Last month, Zimbabwean state-funded press reported an interesting fact that prompted us to take a closer look at the faces representing African diplomacy.
Zimbabwean Ambassadors Hilda Suka-Mafudze and Trudy Stevenson from MDC, an opposition party, will remain in Khartoum, Sudan and Dakar, Senegal respectively.
Apparently, there was a contingent of Zimbabwe police people serving in Sudan as part of the United Nations Advance Mission in the Sudan. Some Zimbabweans reportedly taught students as part of their assignment working for various NGOs.
HE Trudy Stevenson reminisced in a 2010 interview about the thoughts crossing her mind during a lengthy period before President Robert Mugabe finally confirmed her deployment:
Well it did start to seem like that when it got to the beginning of February and we still hadn’t had our meeting with the president. I think I wasn’t the only one to think that actually this thing just was not going to happen because, you know, all of us we were appointed in August, myself a couple of weeks after than the others, because we were earning no salary or anything since August and you know it is difficult to go for one month without a salary, let alone for six months. So we were becoming a little despondent. But anyway, there we are, it worked out in the end.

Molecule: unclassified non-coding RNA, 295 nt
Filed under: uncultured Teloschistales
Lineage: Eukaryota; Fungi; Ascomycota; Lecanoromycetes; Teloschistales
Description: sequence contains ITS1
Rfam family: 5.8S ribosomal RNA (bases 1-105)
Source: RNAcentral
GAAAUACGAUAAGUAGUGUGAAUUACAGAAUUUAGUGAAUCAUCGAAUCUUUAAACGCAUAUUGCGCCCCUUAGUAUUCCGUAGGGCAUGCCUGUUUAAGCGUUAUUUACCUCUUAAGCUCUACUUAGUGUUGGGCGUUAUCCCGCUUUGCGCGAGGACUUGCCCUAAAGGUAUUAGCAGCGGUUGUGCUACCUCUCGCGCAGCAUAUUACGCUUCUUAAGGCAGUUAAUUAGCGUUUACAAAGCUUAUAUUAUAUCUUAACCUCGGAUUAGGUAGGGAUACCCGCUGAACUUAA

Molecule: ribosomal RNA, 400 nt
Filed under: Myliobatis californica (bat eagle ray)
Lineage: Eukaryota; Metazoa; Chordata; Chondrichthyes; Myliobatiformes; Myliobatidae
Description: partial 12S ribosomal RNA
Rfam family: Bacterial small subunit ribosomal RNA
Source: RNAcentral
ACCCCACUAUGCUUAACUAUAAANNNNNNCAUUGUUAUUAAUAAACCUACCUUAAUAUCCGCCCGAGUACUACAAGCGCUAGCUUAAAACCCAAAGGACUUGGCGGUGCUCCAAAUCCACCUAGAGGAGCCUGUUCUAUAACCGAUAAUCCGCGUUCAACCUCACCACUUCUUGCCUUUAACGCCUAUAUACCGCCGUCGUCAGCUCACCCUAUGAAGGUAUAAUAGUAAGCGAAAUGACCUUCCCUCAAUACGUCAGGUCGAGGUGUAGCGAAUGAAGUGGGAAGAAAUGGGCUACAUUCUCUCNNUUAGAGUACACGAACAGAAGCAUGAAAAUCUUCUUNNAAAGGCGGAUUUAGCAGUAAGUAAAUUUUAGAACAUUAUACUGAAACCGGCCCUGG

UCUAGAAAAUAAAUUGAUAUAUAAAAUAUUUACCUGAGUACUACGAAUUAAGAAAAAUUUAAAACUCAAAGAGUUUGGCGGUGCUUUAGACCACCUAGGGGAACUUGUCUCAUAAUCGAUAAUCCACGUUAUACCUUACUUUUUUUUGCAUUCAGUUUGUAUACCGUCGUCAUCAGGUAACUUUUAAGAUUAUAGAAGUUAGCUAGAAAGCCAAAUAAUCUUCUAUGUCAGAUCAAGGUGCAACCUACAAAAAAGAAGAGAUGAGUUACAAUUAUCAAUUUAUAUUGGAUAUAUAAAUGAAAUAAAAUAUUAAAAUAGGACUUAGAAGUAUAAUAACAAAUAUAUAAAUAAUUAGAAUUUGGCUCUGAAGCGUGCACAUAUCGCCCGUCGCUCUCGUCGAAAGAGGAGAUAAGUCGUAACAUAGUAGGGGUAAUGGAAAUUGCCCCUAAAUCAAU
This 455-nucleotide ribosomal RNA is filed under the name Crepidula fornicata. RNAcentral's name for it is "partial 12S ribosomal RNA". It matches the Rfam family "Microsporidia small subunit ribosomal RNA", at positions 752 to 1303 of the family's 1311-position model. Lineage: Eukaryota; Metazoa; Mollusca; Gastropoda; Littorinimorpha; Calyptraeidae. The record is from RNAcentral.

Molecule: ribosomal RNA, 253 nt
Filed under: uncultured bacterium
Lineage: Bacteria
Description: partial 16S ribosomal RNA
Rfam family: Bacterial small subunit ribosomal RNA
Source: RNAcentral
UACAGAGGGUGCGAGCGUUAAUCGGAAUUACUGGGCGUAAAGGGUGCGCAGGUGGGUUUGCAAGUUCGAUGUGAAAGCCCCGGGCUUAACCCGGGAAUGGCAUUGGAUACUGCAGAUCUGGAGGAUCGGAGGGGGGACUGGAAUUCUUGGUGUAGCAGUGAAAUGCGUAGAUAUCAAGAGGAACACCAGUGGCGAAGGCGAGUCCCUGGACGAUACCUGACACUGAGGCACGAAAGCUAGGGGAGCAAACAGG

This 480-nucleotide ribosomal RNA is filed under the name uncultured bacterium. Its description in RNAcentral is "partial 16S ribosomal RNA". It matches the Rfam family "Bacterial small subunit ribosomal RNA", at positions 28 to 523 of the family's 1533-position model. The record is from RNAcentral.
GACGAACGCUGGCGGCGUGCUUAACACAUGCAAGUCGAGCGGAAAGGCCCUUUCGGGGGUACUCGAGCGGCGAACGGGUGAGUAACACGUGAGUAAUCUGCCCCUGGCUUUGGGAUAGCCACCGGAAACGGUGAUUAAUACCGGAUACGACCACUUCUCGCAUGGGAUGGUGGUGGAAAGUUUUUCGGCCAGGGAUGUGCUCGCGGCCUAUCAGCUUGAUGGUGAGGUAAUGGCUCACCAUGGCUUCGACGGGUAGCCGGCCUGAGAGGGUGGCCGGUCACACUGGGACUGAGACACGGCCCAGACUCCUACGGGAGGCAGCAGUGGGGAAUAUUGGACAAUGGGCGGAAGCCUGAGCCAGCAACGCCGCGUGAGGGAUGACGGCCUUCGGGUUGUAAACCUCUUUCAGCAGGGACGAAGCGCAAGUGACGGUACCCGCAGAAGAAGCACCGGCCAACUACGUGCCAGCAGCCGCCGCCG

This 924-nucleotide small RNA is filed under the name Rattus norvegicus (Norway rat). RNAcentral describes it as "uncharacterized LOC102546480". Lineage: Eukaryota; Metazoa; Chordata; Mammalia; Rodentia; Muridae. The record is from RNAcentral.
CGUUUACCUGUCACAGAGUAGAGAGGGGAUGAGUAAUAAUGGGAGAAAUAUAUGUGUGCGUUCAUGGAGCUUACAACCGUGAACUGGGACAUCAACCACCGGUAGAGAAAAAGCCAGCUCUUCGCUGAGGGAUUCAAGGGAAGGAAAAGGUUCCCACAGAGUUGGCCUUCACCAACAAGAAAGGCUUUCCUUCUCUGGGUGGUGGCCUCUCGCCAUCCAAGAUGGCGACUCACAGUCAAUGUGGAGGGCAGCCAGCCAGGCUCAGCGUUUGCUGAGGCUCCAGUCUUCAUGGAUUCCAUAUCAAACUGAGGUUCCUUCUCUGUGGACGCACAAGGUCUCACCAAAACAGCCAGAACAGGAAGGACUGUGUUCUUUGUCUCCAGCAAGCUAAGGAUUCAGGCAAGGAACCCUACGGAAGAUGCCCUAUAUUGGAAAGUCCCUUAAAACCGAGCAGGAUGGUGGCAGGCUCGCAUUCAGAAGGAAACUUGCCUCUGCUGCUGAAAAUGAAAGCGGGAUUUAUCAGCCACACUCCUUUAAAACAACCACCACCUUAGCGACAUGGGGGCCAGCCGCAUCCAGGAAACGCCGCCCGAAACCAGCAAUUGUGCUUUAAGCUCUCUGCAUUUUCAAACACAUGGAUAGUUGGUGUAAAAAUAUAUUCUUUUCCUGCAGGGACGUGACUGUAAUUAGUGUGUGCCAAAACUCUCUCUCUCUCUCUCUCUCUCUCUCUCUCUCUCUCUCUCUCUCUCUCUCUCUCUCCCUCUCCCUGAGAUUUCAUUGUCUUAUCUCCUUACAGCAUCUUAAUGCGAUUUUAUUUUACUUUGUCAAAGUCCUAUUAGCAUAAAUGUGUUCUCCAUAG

After only one month here, I had a visit from President Mugabe, and that is a very major event for any Embassy because, of course, you host the President and his entourage. So it was quite a major exercise and I’d only been here four weeks and I’d never been an Ambassador before or, in fact, a diplomat at all. So I was a little bit nervous about that but in fact, in the end, it went well despite not having very much in the way of crockery or anything for a tea and so on.
Back then, they have just reopened the Embassy. So it took HE Stevenson and her staff a lot longer to settle down than it does when there had been an established Embassy and they have all their network of contacts sorted out for them by the predecessors.
Why Francophone Africa?
I worked.. for the French in Harare for 12 years in their research centre and it was attached to the Embassy so I’ve got a certain diplomatic background. ..My French is pretty well fluent and so I’ve been able to use that so it’s surprising in one way and not surprising in another.
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